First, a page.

Original paper

Changes of apelin-13 concentration in patients with essential hypertension and extrasystole

Anastasiia V. Ivankova1Nataliia V. Kuzminova1Valerii P. Ivanov2Sergiy E. Lozinsky3
1Department of Internal Medicine No. 1, National Pirogov Memorial Medical University, Vinnytsya, Ukraine
2Department of Internal Medicine No. 3, National Pirogov Memorial Medical University, Vinnytsya, Ukraine
3Department of Internal Medicine of Medical Faculty No. 2, National Pirogov Memorial Medical University, Vinnytsya, Ukraine

Address for correspondence: Anastasiia V. Ivankova, 17, Stelmakha Street, app. 49, Vinnytsya, 21029, Ukraine, tel: (+38) 0639555729; e-mail: ivanovanasty92@gmail.com

This article is available in open access under Creative Common Attribution-Non-Commercial-No Derivatives 4.0 International (CC BY-NC-ND 4.0) license, allowing to download articles and share them with others as long as they credit the authors and the publisher, but without permission to change them in any way or use them commercially

Background: Hypertension is one of the leading causes of disability and mortality among cardiovascular diseases, so today new metabolic markers of cardiovascular risk are being actively studied. One of them is apelin-13. The objective was to assess the concentration of apelin-13 in patients with essential hypertension and frequent extrasystoles.
Material and methods: One hundred fifty six patients with stage 2 essential hypertension were examined. One hundred twenty four of them had frequent symptomatic extrasystoles, 32 patients had no arrhythmias and were considered as the comparison group. Thirty apparently healthy normotensive persons were considered as the control group. All patients underwent a complete clinical and anthropometric examination, blood pressure measurement, automatic daily blood pressure monitoring, daily electrocardiogram monitoring, echocardiography and the assessment of serum apelin-13 concentration.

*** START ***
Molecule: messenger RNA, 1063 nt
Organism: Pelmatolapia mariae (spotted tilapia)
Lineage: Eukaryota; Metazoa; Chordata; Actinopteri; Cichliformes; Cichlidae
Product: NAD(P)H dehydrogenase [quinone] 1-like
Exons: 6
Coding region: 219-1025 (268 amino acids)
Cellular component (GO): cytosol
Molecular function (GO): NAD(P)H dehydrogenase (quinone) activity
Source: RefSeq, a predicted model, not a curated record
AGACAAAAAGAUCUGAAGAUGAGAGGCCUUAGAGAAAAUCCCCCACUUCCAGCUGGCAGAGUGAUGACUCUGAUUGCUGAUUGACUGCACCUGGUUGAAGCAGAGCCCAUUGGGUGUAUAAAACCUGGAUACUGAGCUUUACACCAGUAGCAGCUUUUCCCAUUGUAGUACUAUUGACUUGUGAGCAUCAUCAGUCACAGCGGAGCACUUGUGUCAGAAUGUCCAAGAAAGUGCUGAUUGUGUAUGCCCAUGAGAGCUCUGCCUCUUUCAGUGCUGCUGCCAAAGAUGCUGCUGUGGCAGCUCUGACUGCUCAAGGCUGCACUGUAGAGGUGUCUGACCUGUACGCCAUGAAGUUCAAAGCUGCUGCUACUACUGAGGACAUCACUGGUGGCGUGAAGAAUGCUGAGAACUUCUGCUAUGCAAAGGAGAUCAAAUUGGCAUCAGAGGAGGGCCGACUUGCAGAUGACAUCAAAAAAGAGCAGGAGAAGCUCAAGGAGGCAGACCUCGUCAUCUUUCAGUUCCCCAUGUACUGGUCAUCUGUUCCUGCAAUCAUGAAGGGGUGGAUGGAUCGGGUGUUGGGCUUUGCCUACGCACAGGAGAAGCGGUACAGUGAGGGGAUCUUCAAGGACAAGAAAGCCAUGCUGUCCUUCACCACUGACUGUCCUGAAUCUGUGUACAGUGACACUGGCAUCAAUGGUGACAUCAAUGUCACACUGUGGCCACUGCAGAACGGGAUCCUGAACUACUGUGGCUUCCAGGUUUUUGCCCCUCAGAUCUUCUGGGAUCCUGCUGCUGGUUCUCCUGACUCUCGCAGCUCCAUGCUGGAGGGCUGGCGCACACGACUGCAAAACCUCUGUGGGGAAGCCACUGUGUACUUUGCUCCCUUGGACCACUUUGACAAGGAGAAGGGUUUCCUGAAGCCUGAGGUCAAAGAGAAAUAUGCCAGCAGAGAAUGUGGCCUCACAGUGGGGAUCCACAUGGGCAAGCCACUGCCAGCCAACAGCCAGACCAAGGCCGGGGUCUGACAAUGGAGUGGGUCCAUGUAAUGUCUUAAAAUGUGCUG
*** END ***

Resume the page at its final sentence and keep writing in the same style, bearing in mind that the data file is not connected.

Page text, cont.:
Results: It was found that the concentration of apelin-13 in patients with hypertension was significantly lower compared to the control group. Moreover, the average content of apelin-13 was significantly (p = 0.02) lower in patients with extrasystole than in those without arrhythmia. The lowest concentration of apelin-13 was noticed in patients with ventricular arrhythmias.
Conclusion: The results confirm the existing assumptions about the protective role of apelin-13 in preventing the progression of cardiovascular diseases due to counteracting the increase in blood pressure and life-threatening arrhythmias.
Key words: essential arterial hypertension; apelin-13; extrasystole; smoking; obesity
Arterial Hypertens. 2022, vol. 26, no. 4, pages: 141–145
DOI: 10.5603/AH.a2022.0018


Apelin-13 (AP13) is the most active form of pro-protein apelin, and it is considered adipokine as it is secreted by human adipocytes. Apelin receptors (namely the G-protein receptor of apelin, the old name APG-receptor) were found in cardiomyocytes, endothelium, smooth muscle cells, brain, kidneys, and adrenal glands in high concentrations [1, 2].